Kelly said Regence criticized him for not taking good care of diabetes patients but one-third of the patients it cited didn’t even have the disease.
“They (insurance executives) get six-figure salaries to throw bombs in our way,” said Dr. Michael Schiesser, an internist with a practice in Bellevue, Wash., who is also suing Regence.
Two years ago, he said Regence sent him a $5,000 check for his performance but last year excluded him from the high-quality network. The reward could have been the mistake, but either way it shows the programs aren’t well designed, Schiesser said.
Using physicians’ medical records would be a better vehicle but insurers say that isn’t economically feasible until they are all available electronically and employers can’t afford to wait as health care costs jump.
“The measures we have aren’t perfect but they are best that are available and they are very good,” said Dr. Jeffrey Robertson, chief medical officer at Regence Group, which includes Regence BlueShield. A spokeswoman said Regence was disappointed at the doctors’ suits, and added “this is not how you resolve problems.”
Ranking physicians is a good idea, said Stephanie Bertholf, director of benefits policy and strategy at Boeing Co., which spends $2 billion a year on health care.
Last year, when Regence set up a network of high-quality physicians for Boeing, some employees got letters saying their doctors didn’t meet quality standards and asking them to choose a new physician. Boeing received complaints from employees and doctors and the program was eventually dropped.
Boeing later introduced an Aetna plan that rates doctors without significant reaction, Bertholf said.
The key is to work with physicians so they understand the product and the rating system, said Dr. Charles M. Cutler, chief medical director-national accounts at Aetna.
Cutler said it isn’t easy to have conversations with doctors about why they need to be ranked. But he added that after the meetings, physicians understand companies’ desire to determine if they are getting a good value for their health care expenses.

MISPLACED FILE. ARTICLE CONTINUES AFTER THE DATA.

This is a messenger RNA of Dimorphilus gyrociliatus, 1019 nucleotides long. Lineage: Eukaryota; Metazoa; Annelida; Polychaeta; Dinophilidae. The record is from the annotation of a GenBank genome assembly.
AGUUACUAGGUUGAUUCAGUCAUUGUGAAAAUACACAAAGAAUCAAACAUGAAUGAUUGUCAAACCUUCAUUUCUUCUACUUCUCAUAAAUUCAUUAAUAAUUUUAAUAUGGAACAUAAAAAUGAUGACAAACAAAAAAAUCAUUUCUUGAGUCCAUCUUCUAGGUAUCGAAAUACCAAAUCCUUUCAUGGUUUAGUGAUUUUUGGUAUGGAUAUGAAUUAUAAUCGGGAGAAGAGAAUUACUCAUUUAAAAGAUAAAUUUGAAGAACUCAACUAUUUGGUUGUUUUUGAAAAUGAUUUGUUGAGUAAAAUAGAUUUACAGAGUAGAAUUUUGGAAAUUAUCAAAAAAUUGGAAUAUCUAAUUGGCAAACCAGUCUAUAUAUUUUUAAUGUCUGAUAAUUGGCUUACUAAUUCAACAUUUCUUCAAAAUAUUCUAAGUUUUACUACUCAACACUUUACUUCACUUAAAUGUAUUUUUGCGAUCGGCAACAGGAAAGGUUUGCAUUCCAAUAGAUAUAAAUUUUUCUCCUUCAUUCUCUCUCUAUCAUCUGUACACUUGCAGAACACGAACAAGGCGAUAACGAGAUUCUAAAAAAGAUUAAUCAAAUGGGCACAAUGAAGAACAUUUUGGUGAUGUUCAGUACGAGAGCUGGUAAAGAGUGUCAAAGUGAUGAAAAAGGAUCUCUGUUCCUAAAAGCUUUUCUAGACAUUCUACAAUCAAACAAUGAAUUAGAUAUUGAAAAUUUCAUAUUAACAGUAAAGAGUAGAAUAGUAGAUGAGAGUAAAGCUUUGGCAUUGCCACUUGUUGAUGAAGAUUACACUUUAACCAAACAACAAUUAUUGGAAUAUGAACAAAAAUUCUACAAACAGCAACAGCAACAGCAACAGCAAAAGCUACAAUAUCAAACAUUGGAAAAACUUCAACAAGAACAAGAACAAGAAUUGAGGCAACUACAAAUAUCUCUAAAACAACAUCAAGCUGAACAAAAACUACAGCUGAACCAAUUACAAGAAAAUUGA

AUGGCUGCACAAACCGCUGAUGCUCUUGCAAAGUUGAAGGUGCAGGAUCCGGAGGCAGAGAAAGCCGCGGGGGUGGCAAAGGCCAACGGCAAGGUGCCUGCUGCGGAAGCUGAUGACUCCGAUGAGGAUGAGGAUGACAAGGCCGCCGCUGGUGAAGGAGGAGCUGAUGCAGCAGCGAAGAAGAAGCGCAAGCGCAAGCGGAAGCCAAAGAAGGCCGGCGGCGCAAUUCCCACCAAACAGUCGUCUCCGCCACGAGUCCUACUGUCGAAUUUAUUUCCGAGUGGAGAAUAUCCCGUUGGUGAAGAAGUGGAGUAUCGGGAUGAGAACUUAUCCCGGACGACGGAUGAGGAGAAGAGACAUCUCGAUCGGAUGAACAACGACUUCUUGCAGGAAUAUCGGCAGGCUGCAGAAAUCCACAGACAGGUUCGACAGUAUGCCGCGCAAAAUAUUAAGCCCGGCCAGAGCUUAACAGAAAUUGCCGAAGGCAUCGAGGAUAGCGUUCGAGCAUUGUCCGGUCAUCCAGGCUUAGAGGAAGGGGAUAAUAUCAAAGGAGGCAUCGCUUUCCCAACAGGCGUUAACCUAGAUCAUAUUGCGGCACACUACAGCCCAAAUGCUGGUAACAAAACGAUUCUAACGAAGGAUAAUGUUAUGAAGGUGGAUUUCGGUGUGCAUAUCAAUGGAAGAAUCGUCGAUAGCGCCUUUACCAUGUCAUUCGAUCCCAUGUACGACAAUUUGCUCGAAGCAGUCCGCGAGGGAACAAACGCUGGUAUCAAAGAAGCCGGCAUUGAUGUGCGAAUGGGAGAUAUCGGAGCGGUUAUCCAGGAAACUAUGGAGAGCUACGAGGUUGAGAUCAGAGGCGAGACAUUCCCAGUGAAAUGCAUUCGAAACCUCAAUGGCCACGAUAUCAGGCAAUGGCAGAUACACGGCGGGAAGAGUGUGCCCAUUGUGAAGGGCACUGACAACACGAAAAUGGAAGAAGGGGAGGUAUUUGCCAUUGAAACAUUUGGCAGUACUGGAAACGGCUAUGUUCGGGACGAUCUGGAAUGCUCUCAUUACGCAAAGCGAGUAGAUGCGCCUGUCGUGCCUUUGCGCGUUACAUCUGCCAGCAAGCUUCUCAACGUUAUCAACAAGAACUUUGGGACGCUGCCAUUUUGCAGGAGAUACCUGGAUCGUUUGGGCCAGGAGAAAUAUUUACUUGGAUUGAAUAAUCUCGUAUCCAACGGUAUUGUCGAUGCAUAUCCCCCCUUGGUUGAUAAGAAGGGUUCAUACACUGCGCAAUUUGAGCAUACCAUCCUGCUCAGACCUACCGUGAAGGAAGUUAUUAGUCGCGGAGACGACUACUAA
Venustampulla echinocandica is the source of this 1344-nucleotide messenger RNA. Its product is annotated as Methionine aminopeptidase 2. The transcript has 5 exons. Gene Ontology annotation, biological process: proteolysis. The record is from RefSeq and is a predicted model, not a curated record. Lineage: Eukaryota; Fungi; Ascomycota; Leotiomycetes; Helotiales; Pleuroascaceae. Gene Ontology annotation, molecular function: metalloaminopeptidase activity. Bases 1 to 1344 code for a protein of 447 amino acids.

Part of the problem is that there aren’t real incentives for doctors to practice cost-effective medicine, and they don’t necessarily know how much different items cost, Cutler said. For example, he said most don’t understand the major financial difference between operating in a hospital instead of a surgery center when appropriate.
Dr. Lewis Sandy, executive vice president of clinical strategies and policy at UnitedHealth, said he understands that patients are wary of getting quality scores from companies with a vested interest in the cost of the care. It’s better not to link performance to copayments, at least initially, he said. UnitedHealth was widely criticized for a pilot program two years ago which tied copayments to cost and quality.
“We’re saying let’s put it out there and let patients make their own decisions,” said Sandy.
Patients need information on physicians’ quality to make better decisions, said Steven Findlay, a health care analyst at Consumers Union.
There is a concern that doctors who treat very sick patients might be somehow penalized for spending more on care, he said. But Findlay also noted that insurers’ stance that there is a significant amount of excessive and inappropriate care is correct.
“In the next 10 to 15 years we’ll figure out a happy medium on ranking,” said Findlay. “The data (now) has to be taken with a grain of salt. But we’d still rather have the data.”